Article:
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Eurobites: Cellnex buys 1,500 tower sites from Orange SpainEurobites: Cellnex buys 1,500 tower sites from Orange Spain

Also in today's EMEA regional roundup: OBS connects Mars employees; broadcasting at the edge; Vodafone tunes into AWS Wavelength; more ETNO grumbling.

Paul Rainford

December 4, 2019

3 Min Read
Eurobites: Cellnex buys 1,500 tower sites from Orange Spain

Also in today's EMEA regional roundup: OBS connects Mars employees; broadcasting at the edge; Vodafone tunes into AWS Wavelength; more ETNO grumbling.

  • Spanish towers company Cellnex Telecom has agreed to buy 1,500 telecom sites -- including towers and antennas in urban, suburban and rural areas -- from Orange Spain for €260 million. The terms of the contract will allow Orange to continue to use the sites for at least ten years. It's been a busy (and expensive) year for Cellnex -- back in October it struck a deal to buy the telecom division of UK-based towers company Arqiva for £2 billion (US$2.4 billion).

    • Elsewhere on Planet Orange, the operator's business-to-business division, Orange Business Services, has landed a contract with chocolate giant Mars to build what they are calling an intelligent automated network (IAN). The IAN will connect more than 125,000 Mars employees across 80 countries.

    • Is it the end of the road for outside-broadcast TV trucks? That's the implication of a trial carried out by Telefónica and Spanish broadcaster RTVE, which used three cameras connected to Telefónica's edge-computing capabilities through its fiber network to broadcast "La Radio es Sueño" ("Radio is a Dream") from the Cineteca de Matadero Madrid via a remote content production interface in Torrespaña, a separate district of Madrid. Telefónica's network provided real-time bandwidth and a low latency of between 3 and 5 milliseconds.

    • In more edge-related news, Vodafone Business is collaborating with Amazon Web Services (AWS) to make AWS Wavelength available in Europe. AWS Wavelength, says Vodafone, provides developers with the ability to build applications that serve end users with single-digit millisecond latencies over the 5G network by embedding AWS compute and storage services at the edge of operators' 5G networks. Initially, AWS Wavelength will only be available on Vodafone's UK and German 5G networks, but other Vodafone markets across Europe will be added in time. Vodafone is just one of a number of operators that have stepped up to give AWS Wavelength a whirl. (See Verizon, Vodafone embrace Amazon's AWS for edge computing with 5G.)

    • The European Telecommunications Network Operators' Association (ETNO) has been trying to make its presence felt again this week, putting out a statement calling for better investment conditions and the encouragement of cross-border consolidation within the industry, among other things. Also, the organization's bigwigs -- Deutsche Telekom's Tim Hoettges and Orange's Stephane Richard among them -- sat down with tough European Commission cookie Margrethe Vestager to help hammer home their points.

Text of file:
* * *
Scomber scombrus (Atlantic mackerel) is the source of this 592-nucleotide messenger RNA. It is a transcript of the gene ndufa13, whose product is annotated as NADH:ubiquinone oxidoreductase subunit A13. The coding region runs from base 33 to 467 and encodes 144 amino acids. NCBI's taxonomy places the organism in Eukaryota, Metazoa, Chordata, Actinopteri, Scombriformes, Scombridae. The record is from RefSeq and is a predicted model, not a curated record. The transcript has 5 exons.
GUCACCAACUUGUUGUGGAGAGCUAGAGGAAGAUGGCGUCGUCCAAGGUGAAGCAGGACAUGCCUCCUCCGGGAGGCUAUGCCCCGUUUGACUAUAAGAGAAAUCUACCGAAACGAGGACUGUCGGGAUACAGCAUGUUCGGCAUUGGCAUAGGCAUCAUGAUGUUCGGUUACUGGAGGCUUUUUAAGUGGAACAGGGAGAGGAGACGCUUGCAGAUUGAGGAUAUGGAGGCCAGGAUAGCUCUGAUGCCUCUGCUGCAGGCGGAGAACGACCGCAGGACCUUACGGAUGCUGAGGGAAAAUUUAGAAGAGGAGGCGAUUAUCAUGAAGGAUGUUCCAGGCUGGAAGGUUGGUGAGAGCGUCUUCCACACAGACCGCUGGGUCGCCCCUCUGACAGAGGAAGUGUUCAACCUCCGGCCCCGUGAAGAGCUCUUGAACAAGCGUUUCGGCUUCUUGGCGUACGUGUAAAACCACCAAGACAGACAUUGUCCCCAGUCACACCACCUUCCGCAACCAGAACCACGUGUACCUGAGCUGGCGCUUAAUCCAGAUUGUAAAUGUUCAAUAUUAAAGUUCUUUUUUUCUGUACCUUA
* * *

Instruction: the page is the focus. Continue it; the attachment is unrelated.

• Another corporate big cheese, Telefónica's José María Álvarez-Pallete, has received the Business Leader of the Year award from the Spain-U.S. Chamber of Commerce in recognition of "his vision and leadership at the helm of the company." He da man-chego! Figure 1: Telefonica's Jose Maria Alvarez-Pallete: It's a vision thing. Telefónica's José María Álvarez-Pallete: It's a vision thing.

    • Ericsson has been given the 5G nod from Azercell, the Azerbaijani operator with which the Swedish vendor has already worked on a test 5G network in Baku, the country's capital. The latest agreement, spanning three years, will extend the pilot zone and seek to introduce IoT technology in a range of verticals.

      — Paul Rainford, Assistant Editor, Europe, Light Reading

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About the Author(s)

Paul Rainford

Assistant Editor, Europe, Light Reading

Paul is based on the Isle of Wight, a rocky outcrop off the English coast that is home only to a colony of technology journalists and several thousand puffins.

He has worked as a writer and copy editor since the age of William Caxton, covering the design industry, D-list celebs, tourism and much, much more.

During the noughties Paul took time out from his page proofs and marker pens to run a small hotel with his other half in the wilds of Exmoor. There he developed a range of skills including carrying cooked breakfasts, lying to unwanted guests and stopping leaks with old towels.

Now back, slightly befuddled, in the world of online journalism, Paul is thoroughly engaged with the modern world, regularly firing up his VHS video recorder and accidentally sending text messages to strangers using a chipped Nokia feature phone.

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